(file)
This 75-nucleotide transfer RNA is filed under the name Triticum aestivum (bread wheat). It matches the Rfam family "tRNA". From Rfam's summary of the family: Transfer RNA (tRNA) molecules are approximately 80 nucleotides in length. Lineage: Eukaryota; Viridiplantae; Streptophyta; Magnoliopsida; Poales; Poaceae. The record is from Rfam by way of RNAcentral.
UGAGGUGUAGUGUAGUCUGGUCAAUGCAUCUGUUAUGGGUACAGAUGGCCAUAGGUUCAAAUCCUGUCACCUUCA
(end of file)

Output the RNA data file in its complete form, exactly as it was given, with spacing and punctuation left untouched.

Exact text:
This 75-nucleotide transfer RNA is filed under the name Triticum aestivum (bread wheat). It matches the Rfam family "tRNA". From Rfam's summary of the family: Transfer RNA (tRNA) molecules are approximately 80 nucleotides in length. Lineage: Eukaryota; Viridiplantae; Streptophyta; Magnoliopsida; Poales; Poaceae. The record is from Rfam by way of RNAcentral.
UGAGGUGUAGUGUAGUCUGGUCAAUGCAUCUGUUAUGGGUACAGAUGGCCAUAGGUUCAAAUCCUGUCACCUUCA